The Group in Trouble… Who is the Islamist Ahmed Jaballah Expelled by France and Banned from Returning

France has expelled the Tunisian leader Brotherhood member Ahmed Jaballah, former president of the Union of Islamic Organizations in France, and banned him from returning to the country in a surprising move.

Radio “Europe 1” reported that Jaballah left France for Tunisia after receiving notification from the French Ministry of Interior that he posed a “serious threat to public order.” The decision came after an investigation by the public prosecutor’s office in Bobigny into “breach of trust” against the management of the European Institute for Human Sciences, led by Jaballah, which is considered a center for spreading the ideas of the Muslim Brotherhood in France.

Who is Ahmed Jaballah?

Ahmed Jaballah (68 years old) is a prominent figure in the Ennahdha Islamist movement in Tunisia, belonging to the generation of pioneers who grew up in the embrace of political Islam organizations in the 1970s.

Jaballah was among the Islamist youth who followed the path of “violence” in their youth, and among the supporters of Rashid al-Ghannouchi’s view, the leader of the Ennahdha movement, against Abdelfattah Mourou, the former president of the movement, in the ideological conflict that arose between them regarding the intellectual reference of the movement.

Jaballah migrated to France in 1981 to continue his studies at the Sorbonne University in Paris, utilizing his presence there to strengthen the influence of the Ennahdha movement, integrate into French society, and attract the Tunisian community.

Jaballah is known for his contradictory personal history; he is an imam, a theology professor, and an Islamic sciences teacher at the Sorbonne. He was also the former president of the Union of Islamic Organizations in France, which later turned into the Muslim Association of France, a branch of the Muslim Brotherhood in France. Jaballah is considered close to Ghannouchi and facilitates the Brotherhood’s link with Europe, especially France, by attracting the Tunisian community there.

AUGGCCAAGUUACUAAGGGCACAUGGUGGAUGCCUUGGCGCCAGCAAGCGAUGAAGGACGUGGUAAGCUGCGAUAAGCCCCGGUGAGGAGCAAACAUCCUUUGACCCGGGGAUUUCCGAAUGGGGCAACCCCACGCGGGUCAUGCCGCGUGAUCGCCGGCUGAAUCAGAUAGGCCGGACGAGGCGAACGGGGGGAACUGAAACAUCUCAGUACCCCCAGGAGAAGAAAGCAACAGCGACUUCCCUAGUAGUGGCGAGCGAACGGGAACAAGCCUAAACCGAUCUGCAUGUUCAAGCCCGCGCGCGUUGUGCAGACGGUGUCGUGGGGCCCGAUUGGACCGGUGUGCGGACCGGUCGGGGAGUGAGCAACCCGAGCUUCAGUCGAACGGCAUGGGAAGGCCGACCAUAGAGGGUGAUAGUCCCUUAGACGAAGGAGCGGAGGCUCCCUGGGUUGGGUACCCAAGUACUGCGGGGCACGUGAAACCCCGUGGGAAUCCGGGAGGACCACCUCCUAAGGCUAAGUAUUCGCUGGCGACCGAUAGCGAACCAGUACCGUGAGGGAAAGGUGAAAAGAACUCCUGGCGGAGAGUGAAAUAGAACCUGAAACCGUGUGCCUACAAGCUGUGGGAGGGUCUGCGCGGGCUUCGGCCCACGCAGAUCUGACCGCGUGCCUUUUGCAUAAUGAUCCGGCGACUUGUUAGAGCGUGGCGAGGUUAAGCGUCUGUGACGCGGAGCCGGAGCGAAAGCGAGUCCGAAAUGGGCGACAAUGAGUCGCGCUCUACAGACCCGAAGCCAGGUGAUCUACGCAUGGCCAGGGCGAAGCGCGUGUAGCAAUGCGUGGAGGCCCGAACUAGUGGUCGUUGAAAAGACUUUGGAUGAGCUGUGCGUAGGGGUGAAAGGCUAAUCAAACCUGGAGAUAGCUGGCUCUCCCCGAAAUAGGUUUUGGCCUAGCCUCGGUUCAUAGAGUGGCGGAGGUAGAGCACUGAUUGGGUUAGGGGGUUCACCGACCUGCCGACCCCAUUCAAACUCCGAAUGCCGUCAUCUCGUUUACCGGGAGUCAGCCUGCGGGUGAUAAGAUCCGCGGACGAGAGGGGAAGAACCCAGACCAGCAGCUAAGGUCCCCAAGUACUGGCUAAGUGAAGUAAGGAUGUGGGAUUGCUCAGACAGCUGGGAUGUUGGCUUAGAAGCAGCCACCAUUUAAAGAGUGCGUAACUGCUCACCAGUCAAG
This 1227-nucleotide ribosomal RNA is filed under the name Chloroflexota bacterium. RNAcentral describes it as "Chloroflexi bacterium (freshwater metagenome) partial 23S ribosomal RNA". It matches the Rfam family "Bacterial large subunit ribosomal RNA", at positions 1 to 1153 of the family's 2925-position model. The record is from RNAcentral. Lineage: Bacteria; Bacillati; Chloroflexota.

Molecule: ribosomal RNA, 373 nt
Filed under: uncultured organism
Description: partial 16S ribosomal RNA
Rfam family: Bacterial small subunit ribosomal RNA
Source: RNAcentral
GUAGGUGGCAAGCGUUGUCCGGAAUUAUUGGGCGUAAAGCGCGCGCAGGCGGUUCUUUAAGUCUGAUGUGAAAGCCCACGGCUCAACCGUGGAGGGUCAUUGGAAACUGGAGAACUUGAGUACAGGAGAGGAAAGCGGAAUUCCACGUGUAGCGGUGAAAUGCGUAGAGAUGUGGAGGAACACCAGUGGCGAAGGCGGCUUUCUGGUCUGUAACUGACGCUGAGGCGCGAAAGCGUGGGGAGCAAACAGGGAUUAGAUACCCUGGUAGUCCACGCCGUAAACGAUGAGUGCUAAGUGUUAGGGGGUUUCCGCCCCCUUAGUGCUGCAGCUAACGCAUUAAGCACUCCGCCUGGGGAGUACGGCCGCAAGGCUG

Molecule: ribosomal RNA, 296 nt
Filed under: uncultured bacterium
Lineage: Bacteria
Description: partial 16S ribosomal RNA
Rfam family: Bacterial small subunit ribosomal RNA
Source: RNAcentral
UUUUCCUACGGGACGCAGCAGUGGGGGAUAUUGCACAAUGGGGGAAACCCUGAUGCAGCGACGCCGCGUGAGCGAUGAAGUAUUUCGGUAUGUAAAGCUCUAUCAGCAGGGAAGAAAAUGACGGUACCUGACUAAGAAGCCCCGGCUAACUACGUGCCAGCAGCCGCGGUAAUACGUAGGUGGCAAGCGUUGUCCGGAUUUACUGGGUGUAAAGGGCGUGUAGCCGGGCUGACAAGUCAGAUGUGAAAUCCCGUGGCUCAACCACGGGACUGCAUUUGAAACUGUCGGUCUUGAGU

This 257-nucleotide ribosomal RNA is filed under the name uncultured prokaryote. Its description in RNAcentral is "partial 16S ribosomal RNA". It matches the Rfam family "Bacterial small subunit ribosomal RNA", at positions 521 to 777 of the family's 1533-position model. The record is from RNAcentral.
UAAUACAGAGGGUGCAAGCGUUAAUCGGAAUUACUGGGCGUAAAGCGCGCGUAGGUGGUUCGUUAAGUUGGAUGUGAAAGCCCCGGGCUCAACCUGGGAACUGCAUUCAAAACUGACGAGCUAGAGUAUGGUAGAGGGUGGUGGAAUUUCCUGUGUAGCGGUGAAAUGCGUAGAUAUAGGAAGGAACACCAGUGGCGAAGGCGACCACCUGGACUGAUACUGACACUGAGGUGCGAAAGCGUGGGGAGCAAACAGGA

What are France’s accusations against him?

France accuses Jaballah of posing a “serious threat to public order” and spreading the ideas of the Muslim Brotherhood, which France considers a “terrorist organization.” French authorities refer to an investigation conducted by the public prosecutor’s office in Bobigny regarding “breach of trust” against the management of the European Institute for Human Sciences, led by Jaballah. The institute, located in Saint-Denis in the northern suburbs of Paris, trains imams, teachers in Quranic schools, as well as ordinary citizens who want to learn Arabic or understand Islam.

France asserts that the institute represents a “factory of extremism” and disseminates Brotherhood ideas, supporting radical Islamic groups worldwide. France claims to have monitored Jaballah’s and the institute’s activities for years and possesses evidence and witnesses of their involvement in spreading Brotherhood ideology, affirming that it decided to expel Jaballah and prevent him from returning to the country based on a new law issued in December 2023, allowing the government to expel foreigners who pose a threat to national security or public order.

Jaballah Denounces the Decision

Jaballah denied the accusations against him, stating that he is a victim of defamation and misinformation, having not violated any French law. He respects republican and secular values, adding in a statement that he condemns the unjust and hasty decision and retains his right to appeal before the French judiciary.

Jaballah considers the decision part of the war on Islam, aiming to criminalize and suppress Islamic identity and expression. He calls for solidarity with him and with Muslims in France, urging to combat Islamophobia, racism, and discrimination.

On the other hand, the Ennahdha movement in Tunisia expressed solidarity with Jaballah, describing France’s decision as “authoritarian and contrary to human rights.” The movement stated in a statement that it condemns the repressive and arbitrary practices against the Muslim community in France, calling on the French government to respect freedom of belief, expression, and cultural diversity.

The movement affirmed its support for Jaballah in facing this injustice, expressing confidence in his ability to defend himself and his cause.

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